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A Few Students Get The SAT Just Right

August 30, 2006
By ROBERT A. FRAHM, Courant Staff Writer

A new writing test on the SAT college entrance exam made the exam longer and, some believe, more difficult, but that didn't stop Connecticut high school graduates from posting strong writing scores in results released Tuesday.

An elite few, such as Tiffany Yuh, were letter-perfect.SAT Scores Connecticut vs Nation

The New Milford High School graduate was one of only nine students in Connecticut and 238 throughout the nation to score 2400 on the SAT, getting perfect 800s on the math and reading portions of the test and on the newly added writing section, which includes an essay.

Nationwide, there were less than one-fourth the number of perfect scores this year, compared with a year ago, when the SAT included only the reading and math sections, and 1600 constituted a perfect mark.

Nearly 1.5 million students took the test this year, and overall they recorded the sharpest one-year scoring decline in three decades, making Yuh's accomplishment even more notable.

"I just couldn't believe it," Yuh, 17, said Tuesday from the campus of the Massachusetts Institute of Technology, where she is a freshman. The test "wasn't too hard, but I didn't expect to get a 2400, that's for sure."

Yuh got the perfect score after compiling a sparkling record at New Milford High, where educators described her as a soft-spoken, hardworking student with an exceptional talent in mathematics. After taking her high school's most advanced mathematics course, she enrolled in a graduate level statistics class at Western Connecticut State University.

"I used to grade her paper first to find any mistakes in my answer key," said David Shaffer, Yuh's calculus teacher and head of the math department at New Milford High.

"Her work ethic is unbelievable," he said. But, he added, she was involved in much more than just academics.

Yuh, who was her class valedictorian, also tutored others in Chinese, played in various musical groups and volunteered at a local hospital, Shaffer said.

Yuh chose MIT but also was accepted by colleges such as Dartmouth, Cornell and Brandeis. She has not decided on a career but is thinking about medical school. "Since I was young, my parents have encouraged me to do well in school," she said. "That really instilled the motivation in me to really work hard."

Throughout the nation, 8,862 students got perfect scores on the reading portion of the SAT and 8,057 were perfect on the math portion, but a much smaller number, 4,102, got perfect scores on the new writing portion, according to the College Board, which produces the test.

The writing test - which includes a series of multiple-choice questions on standard English usage, structure and organization - is the first major change in the SAT in more than a decade.

Among states in which more than half of graduating seniors took the test, Connecticut had the highest writing score, averaging 511, 14 points higher than the national average. In part, that might be the result of students' familiarity with timed writing exams, which have been part of the annual Connecticut Mastery Test for many years.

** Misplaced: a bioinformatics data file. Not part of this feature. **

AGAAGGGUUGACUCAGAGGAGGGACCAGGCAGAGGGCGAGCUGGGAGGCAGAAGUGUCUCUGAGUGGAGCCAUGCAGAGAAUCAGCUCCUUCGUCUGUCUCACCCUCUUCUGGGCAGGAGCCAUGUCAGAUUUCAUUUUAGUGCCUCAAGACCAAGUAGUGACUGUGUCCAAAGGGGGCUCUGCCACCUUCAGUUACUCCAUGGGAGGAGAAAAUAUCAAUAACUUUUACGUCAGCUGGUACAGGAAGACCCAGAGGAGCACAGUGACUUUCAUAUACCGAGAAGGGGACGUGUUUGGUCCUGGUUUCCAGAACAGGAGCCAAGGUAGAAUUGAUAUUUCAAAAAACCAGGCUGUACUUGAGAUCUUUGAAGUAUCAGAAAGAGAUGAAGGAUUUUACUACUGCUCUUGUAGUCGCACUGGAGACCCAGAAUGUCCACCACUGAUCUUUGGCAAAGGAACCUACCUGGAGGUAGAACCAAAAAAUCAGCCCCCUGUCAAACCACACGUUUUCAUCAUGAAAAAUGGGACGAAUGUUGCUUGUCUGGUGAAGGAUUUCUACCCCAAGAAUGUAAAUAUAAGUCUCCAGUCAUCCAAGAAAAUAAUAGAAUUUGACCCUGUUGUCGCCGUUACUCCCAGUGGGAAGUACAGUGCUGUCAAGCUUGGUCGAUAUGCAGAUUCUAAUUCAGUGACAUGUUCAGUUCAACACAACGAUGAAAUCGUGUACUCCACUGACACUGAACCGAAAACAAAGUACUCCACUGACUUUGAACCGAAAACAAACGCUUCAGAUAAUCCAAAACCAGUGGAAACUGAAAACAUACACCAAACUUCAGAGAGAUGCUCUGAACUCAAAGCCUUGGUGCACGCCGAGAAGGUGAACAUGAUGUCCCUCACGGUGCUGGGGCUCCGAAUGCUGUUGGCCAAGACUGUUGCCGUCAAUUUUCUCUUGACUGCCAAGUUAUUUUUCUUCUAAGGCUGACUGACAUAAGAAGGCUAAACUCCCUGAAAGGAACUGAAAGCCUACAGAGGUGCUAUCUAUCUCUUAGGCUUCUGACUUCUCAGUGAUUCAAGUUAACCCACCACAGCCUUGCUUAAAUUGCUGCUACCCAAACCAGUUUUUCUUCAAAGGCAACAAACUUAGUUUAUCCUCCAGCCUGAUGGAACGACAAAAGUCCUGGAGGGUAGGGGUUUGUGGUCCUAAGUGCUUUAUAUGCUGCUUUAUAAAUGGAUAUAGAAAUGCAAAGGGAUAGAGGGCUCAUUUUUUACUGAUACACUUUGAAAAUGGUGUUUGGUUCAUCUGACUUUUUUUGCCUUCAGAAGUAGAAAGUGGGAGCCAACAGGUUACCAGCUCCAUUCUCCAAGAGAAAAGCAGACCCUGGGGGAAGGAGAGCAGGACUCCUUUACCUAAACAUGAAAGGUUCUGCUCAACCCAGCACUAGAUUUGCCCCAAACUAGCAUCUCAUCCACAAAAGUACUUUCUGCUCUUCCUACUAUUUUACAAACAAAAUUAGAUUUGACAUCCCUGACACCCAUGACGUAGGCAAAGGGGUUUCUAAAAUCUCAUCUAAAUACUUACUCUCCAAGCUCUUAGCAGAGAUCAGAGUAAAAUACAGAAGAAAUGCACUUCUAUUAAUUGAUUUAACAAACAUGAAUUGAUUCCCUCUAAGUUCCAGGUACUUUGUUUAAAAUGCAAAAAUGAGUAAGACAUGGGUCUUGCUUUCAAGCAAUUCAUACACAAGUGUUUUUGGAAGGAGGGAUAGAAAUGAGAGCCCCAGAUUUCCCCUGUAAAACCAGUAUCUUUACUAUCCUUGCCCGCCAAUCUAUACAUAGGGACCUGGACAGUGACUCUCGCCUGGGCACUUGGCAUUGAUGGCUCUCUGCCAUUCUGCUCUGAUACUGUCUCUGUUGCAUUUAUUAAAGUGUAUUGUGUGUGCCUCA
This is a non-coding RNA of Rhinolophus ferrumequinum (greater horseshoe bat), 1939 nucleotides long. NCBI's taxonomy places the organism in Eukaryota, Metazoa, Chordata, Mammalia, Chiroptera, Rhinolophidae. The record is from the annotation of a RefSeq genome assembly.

"We have had long and consistent experience teaching high-quality writing. ... It's one of the national areas we're leading in," said acting state Education Commissioner George A. Coleman.

Connecticut students, however, posted a 1-point decline in mathematics and a 5-point drop in critical reading since last year. State averages were 512 in reading and 516 in math. U.S. students had a similar 5-point decline in reading, dropping to 503, and fell 2 points in math to 518.

Connecticut had the third-highest participation rate in the nation, with 84 percent of high school seniors taking the SAT, compared with a 48 percent average nationwide. Generally, higher participation rates result in lower scores.

Although Connecticut's scores have risen in the past decade, Coleman said, "I'm particularly concerned when I see the curve going the wrong way, even if it's just for one year."

He said he is frustrated by the chronic gaps that show black and Hispanic students trailing white and Asian students by large margins.

Coleman praised the handful of students with perfect scores, including six from public schools. In addition to Yuh, the other public school top scorers came from Cheshire, East Lyme, Granby, Weston and Wilton, Coleman said. "I'm very impressed with them," he said.

The latest SAT results come several months after numerous colleges reported surprisingly low scores on the exam for this year's incoming freshmen.

The College Board said that the scores declined partly because some students took the new, longer test only once instead of twice.

Although Yuh had no trouble with the SAT, she described it as "really long" and said it is possible that the length of the test had something to do with the overall decline in scores.

"It's easy to get kind of tired and lose your concentration," she said.

College Board officials, however, insisted that fatigue did not contribute to the lower scores even though the new test runs about three hours and 45 minutes. Others, however, said that the test's length was a factor.

"The kids found the test such an excruciating marathon that they didn't want to take it again," said Bob Schaeffer of FairTest, a Massachusetts-based watchdog organization that is critical of standardized tests such as the SAT.

"Everything we've heard anecdotally ... has students reporting they are drained by the test," he said.

Reprinted with permission of the Hartford Courant. To view other stories on this topic, search the Hartford Courant Archives at http://www.courant.com/archives.
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